We all like to think we are better than we really are. In business, however, it can be fatal. An organization's value rises or falls on the sum total of all the decisions (big and small) made by its people over time. Consequently, it would seem logical that senior leaders should pay more attention to the judgment behind the decisions they and their people make.

But they don't. In fact, one of the most common symptoms of organizational underperformance lies in the realm of the decision-making process and the organization's inability to make brilliant decisions quickly, rather than mediocre decisions slowly. This is a disease with a known cure, and all it takes is a leader willing to do something about it.

To get better at making crucial judgments leaders must: Build a more diverse set of perspectives through which to frame decisions; focus on the assumptions that go into the premise behind their views; think through the consequences of their decisions, both intended and otherwise; and search for more than one "right" answer.

Remember, you are only as good as your last great decision.

The challenge lies not in the availability of answers, but rather in the deficits of candour, courage and ambition; the lack of willingness to ask the tough, insightful questions; the fear of doing the hard work necessary to make things better; the resistance to change, bred out of comfort with the status quo. Here are some ways to make changes:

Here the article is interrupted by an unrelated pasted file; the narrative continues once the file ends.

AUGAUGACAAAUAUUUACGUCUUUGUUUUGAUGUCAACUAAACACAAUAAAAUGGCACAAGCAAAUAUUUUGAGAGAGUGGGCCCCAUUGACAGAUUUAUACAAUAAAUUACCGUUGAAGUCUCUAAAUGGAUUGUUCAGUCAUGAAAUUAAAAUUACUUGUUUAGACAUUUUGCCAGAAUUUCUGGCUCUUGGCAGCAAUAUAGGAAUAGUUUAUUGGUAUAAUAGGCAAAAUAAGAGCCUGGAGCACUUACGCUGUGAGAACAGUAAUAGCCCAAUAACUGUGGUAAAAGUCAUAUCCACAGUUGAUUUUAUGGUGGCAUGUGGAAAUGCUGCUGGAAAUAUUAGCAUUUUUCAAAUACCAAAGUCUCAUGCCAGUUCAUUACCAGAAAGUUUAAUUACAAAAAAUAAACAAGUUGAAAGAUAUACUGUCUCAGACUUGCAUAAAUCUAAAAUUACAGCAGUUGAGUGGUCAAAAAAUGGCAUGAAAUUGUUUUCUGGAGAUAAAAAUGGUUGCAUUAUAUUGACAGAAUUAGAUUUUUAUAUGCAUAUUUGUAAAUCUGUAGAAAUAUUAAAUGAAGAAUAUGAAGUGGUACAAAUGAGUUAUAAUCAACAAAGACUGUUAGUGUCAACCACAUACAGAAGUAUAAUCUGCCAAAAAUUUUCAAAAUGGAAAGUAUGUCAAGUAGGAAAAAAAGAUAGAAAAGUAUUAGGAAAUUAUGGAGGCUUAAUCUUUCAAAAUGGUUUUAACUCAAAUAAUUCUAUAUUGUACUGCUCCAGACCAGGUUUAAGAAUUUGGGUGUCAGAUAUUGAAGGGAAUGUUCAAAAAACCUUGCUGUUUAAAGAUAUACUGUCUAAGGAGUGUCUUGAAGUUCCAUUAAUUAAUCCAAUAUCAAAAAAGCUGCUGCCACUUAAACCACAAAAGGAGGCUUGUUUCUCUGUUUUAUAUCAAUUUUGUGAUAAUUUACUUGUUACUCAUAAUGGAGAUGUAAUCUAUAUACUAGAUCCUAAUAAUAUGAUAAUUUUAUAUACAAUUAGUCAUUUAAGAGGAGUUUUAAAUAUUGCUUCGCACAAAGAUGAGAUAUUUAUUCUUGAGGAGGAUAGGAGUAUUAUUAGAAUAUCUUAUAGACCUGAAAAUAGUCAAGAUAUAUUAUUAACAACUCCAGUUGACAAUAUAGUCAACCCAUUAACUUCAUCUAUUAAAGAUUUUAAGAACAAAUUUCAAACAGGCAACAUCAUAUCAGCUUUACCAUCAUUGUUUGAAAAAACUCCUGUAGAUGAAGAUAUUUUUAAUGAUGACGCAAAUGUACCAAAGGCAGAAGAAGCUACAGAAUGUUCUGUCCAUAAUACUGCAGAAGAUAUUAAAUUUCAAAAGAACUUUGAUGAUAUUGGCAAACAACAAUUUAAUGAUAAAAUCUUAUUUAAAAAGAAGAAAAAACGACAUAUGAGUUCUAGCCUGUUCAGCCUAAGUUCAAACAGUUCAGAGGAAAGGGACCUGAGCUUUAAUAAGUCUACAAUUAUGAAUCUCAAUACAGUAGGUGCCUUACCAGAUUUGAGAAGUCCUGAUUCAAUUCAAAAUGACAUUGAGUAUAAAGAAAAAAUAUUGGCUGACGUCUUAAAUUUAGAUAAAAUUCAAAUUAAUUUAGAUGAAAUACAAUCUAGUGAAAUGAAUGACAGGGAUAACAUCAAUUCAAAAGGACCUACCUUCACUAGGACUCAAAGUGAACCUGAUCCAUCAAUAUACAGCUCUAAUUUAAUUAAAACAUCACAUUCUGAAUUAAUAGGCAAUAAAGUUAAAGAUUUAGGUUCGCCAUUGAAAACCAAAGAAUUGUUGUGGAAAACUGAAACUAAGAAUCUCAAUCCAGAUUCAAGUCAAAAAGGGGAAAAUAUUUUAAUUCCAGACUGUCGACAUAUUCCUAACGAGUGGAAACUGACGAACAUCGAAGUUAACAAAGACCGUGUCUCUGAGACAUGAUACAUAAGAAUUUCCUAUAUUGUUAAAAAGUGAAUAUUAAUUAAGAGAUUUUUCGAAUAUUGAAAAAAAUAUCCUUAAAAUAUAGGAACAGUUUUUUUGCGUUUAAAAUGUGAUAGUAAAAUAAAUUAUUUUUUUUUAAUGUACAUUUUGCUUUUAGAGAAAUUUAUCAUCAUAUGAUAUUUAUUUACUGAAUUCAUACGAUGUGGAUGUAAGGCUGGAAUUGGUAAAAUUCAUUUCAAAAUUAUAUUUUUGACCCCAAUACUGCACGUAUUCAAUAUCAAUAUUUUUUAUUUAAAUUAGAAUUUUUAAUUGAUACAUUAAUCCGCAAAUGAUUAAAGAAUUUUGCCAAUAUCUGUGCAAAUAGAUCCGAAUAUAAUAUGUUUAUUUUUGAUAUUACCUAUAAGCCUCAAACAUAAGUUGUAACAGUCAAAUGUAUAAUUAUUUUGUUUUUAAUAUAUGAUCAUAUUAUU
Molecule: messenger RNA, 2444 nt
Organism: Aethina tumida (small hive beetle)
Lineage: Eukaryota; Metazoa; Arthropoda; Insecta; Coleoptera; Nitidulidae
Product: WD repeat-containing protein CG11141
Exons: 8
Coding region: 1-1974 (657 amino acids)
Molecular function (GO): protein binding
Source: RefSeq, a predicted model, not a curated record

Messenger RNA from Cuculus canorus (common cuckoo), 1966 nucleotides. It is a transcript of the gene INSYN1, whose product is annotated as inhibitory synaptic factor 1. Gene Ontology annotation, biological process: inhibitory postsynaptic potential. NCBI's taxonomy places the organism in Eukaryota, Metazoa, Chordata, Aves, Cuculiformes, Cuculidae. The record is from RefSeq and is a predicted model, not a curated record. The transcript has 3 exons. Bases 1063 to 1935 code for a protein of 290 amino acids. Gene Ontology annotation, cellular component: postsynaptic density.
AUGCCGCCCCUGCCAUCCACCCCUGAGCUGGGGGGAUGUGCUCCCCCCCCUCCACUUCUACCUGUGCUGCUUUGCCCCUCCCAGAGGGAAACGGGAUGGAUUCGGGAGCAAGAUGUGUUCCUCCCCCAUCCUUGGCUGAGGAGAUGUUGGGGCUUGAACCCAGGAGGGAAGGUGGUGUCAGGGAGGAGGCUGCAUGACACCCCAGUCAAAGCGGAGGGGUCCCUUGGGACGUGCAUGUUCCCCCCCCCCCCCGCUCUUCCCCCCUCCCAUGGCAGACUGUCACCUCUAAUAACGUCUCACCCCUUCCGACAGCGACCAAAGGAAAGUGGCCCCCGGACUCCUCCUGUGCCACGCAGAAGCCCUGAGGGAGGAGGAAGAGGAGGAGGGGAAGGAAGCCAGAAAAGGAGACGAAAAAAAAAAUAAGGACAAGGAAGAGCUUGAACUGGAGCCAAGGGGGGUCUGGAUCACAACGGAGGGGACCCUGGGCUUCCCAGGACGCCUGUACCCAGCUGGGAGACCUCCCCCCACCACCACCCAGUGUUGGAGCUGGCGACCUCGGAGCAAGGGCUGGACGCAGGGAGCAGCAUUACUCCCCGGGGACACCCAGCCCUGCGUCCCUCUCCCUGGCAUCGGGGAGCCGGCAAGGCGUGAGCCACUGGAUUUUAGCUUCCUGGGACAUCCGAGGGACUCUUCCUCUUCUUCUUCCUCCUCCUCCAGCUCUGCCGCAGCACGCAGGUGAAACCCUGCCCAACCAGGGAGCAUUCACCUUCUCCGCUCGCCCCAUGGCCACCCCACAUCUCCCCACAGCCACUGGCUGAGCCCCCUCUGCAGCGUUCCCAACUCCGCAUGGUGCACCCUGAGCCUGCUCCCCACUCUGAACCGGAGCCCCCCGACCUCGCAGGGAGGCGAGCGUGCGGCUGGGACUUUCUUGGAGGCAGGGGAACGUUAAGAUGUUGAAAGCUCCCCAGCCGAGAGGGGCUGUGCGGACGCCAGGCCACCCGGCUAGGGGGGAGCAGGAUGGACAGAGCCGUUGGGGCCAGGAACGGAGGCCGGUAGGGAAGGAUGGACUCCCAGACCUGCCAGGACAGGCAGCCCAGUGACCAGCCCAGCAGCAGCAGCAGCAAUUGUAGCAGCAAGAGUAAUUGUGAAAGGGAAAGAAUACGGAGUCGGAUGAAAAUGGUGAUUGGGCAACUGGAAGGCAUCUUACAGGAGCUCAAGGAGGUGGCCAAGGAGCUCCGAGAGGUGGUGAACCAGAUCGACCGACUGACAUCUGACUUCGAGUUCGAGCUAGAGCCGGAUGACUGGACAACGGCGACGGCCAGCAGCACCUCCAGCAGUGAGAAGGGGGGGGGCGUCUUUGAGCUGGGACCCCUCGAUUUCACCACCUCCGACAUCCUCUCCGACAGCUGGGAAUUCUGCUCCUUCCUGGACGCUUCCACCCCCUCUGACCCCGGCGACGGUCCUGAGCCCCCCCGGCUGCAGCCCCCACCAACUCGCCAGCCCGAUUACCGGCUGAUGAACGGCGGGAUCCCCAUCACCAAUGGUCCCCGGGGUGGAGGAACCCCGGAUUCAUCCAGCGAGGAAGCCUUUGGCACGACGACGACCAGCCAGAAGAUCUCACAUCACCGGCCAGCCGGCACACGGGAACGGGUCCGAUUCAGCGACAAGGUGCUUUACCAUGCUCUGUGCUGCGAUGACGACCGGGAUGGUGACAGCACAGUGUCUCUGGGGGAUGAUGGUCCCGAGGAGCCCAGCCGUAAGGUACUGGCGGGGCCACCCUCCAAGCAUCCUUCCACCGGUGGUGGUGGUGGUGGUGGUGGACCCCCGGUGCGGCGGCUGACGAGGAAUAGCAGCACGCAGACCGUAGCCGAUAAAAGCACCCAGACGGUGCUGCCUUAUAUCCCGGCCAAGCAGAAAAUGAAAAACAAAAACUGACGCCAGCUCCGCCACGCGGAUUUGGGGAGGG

Get outside

Leaders need to get to where real people and customers live. Fly-by visits are not the answer. The leader of the future has to be willing to dig in and find creative ways to really interact with the people who have the insights they need to drive the changes they want.

Shake it up

Boredom is a habit that is acquired by those who expect others to do things for them. There is no shortage of work to be done, challenges to face, problems to solve and ideas to be explored. The great leaders we know of are restless by nature and dissatisfied by temperament. There is no time like the present for the senior leader to take on the role of the Chief Agitator, or the Chief Rabble Rouser or the Chief Chaos Creator.

Don't be afraid of the truth

Leaders can hide for a short time, but they cannot hide forever. The truth is liberating, if you have confidence in your ability to stare it in the face. Too many leaders allow themselves to live with the knowledge there is a gap between what they hear and what they feel. The great leaders are never afraid of knowing where they stand, because they know that moving forward is inevitable, no matter how inconvenient.

Make a difference

The value of leaders comes not from what they manage, but how they lead. Every leader needs to be guided and fuelled by a deep inner passion about something. Vanilla leadership is not what today's more challenging environment demands, so get out there and find something meaningful to do.

Doug Williamson (@bluntleader) is president and CEO of The Beacon Group and author of the book Straight Talk on Leadership. E-mail or visit his website